Wednesday, May 14, 2008
While denouncing his involvement in the Darko sequel, Richard mentioned that he's editing together his next film, horror pic The Box, and that he's going “to work with a very famous band who is honoring us with being the first filmmakers they’ve ever scored a film with”. While I think this news was supposed to have been announced at a later date, Pitchfork Media found out that that very famous band he was talking about is in fact Arcade Fire.
I like Arcade Fire and the prospect of a full film score from them is intriguing. The Box is a 70s-set horror/suspense concerning a married couple (Cameron Diaz and James Marsden) who receive a small wooden box that gives them instant wealth when a button within is pressed. It's based on a short story by Richard Matheson called Button Button.
Don't get me wrong, I'm not a sequel hater by any stretch (see: Indy 4), but there's just no need to continue the story of the Darko family whatsoever. It's plain to see that it's just a sad way of extracting cash from a cow that doesn't need to be milked. ScreenDaily has reported that Chris Fisher (of Nightstalker fame... wait, did I say say "fame"?) will be directing the story of Donnie's sister Samantha (Daviegh Chase) as she embarks on a road trip with her friends at age 18 and are plagued by strange visions. The sequel will be entitled S. Darko.
Richard Kelly and Darko Entertainment have come out and stated that they are "150% not involved" and have tried to stop development on the pic. One of the producers of S. Darko, Adam Fields, was involved in the original and was rumored to have been ordered off set (or at least was told he was not welcome) and could possibly be organizing this as revenge.
Whatever the reasoning or the outcome, I'm not looking forward to this at all. Shooting begins on May 18th.
Wednesday, May 7, 2008
Iron Man has never really had the same audience pre-notion as Superman or Batman. For it to work as a franchise it has to be introduced to the minds of the movie-going public. And that what the current film does. Sure, most other comic book films have had the obligitory origin-based story, but most tend to concentrate (at most) half the film on it and spend the rest giving us a proper film with a villain (or two) and heart thumping set pieces. Batman Begins and Spider Man are prime examples of this method, and Iron Man pales in comparison to them.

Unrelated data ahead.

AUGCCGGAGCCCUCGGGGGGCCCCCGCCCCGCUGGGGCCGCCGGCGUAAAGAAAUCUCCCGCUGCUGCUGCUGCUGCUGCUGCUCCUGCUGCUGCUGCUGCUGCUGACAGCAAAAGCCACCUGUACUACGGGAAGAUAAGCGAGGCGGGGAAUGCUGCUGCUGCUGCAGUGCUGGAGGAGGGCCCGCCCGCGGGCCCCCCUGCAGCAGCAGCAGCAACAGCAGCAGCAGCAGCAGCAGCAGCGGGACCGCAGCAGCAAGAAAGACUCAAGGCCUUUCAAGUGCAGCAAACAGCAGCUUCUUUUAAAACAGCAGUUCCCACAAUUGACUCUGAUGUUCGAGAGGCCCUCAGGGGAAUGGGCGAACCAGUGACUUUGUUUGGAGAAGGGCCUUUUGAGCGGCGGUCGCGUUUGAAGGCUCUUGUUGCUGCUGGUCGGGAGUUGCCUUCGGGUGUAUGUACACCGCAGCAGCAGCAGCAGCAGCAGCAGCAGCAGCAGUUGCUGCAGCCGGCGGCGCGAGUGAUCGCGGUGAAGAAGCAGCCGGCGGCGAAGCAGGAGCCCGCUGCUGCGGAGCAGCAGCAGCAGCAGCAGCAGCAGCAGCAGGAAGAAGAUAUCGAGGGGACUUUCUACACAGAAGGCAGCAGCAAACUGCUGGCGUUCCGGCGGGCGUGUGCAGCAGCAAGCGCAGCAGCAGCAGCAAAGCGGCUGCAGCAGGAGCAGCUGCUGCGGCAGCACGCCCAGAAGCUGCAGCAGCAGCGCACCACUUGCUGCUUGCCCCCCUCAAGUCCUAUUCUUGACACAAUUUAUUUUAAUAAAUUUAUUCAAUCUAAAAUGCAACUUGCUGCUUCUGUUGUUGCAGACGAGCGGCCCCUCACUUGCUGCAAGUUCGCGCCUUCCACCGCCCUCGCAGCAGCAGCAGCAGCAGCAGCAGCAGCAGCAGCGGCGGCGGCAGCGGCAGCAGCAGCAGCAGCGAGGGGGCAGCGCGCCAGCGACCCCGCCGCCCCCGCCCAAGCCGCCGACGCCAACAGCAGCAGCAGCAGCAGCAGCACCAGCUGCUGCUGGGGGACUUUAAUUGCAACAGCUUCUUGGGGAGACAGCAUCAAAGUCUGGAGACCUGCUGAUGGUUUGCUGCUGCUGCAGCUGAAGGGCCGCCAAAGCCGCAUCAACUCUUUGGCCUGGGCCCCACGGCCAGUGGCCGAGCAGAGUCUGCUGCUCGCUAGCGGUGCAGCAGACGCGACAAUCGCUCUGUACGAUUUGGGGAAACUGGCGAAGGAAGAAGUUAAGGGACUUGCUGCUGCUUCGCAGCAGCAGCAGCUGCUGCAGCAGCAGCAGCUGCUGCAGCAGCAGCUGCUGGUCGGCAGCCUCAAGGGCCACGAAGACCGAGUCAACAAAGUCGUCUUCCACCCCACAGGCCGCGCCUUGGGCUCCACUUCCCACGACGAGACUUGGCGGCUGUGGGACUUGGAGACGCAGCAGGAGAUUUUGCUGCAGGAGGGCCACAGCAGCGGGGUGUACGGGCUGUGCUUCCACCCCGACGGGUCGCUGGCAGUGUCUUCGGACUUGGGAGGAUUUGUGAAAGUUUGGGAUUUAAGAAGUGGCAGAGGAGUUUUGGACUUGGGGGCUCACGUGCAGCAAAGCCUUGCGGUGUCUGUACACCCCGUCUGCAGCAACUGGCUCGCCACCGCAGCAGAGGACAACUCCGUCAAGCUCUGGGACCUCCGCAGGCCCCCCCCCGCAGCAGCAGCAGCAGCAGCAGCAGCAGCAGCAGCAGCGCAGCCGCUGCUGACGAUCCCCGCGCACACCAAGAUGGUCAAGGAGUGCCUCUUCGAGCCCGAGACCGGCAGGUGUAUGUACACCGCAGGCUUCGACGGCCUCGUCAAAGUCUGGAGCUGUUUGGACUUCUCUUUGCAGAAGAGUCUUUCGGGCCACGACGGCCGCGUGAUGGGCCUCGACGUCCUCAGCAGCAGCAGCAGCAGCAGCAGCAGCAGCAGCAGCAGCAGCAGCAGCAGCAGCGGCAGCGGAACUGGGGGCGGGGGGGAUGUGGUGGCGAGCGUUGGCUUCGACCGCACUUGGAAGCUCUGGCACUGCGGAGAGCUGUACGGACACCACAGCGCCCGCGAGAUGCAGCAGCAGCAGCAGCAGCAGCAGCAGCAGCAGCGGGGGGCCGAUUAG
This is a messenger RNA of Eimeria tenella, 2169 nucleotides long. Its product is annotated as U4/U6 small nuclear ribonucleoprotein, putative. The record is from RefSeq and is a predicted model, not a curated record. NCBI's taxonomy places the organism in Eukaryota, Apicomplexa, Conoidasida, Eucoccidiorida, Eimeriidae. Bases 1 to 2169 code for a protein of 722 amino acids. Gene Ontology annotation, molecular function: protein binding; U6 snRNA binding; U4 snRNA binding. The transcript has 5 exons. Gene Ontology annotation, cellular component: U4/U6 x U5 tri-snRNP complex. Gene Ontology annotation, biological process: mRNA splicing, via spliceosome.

First off: there's no real villains in Iron Man. Yes, we have the Terrorists and a bald Jeff Bridges, but neither provide any real threat and only pop up, especially in Bridges case, towards the final few reels.
Second: The direction in Iron Man is very average. The final battle looks like a cut scene from Transformers and most other scenes are blocked like a TV show.
Finally: For all it's worth, the running time of Iron Man could have been cut to just Robert Downey Jr's last line: "I am Iron Man", which is really all that the movie says.
This is nothing but introduction. I admit that it is entertaining, but I find it difficult to come to terms with the fact that to gain all we can from this character we have to buy into sequels and a bigger story. I'm fairly certain that the sequel will be better then the initial encounter, and that it only because in his first outing Iron Man isn't given all that much to do.
Tuesday, April 8, 2008
- The Once Swede won the Be Kind Rewind Contest! It has already screened on Channel 6 and is set to appear on The Last Broadcast on RTE 2 at the end of May and at the Darklight Film Festival in June.
- Interviews about the film have appeared on/in The Evening Herald, The Fanning Show on RTE Radio 1, Film & TV Monthly, Today FM's Ian Dempsey Show and various websites.
- Not resting on any laurels, I'm gearing up a short doc on the recording of Rhob Cunningham's song Good Or A Bad Thing and a short film titled "box" that will hopefully be ready for festivals during the Summer.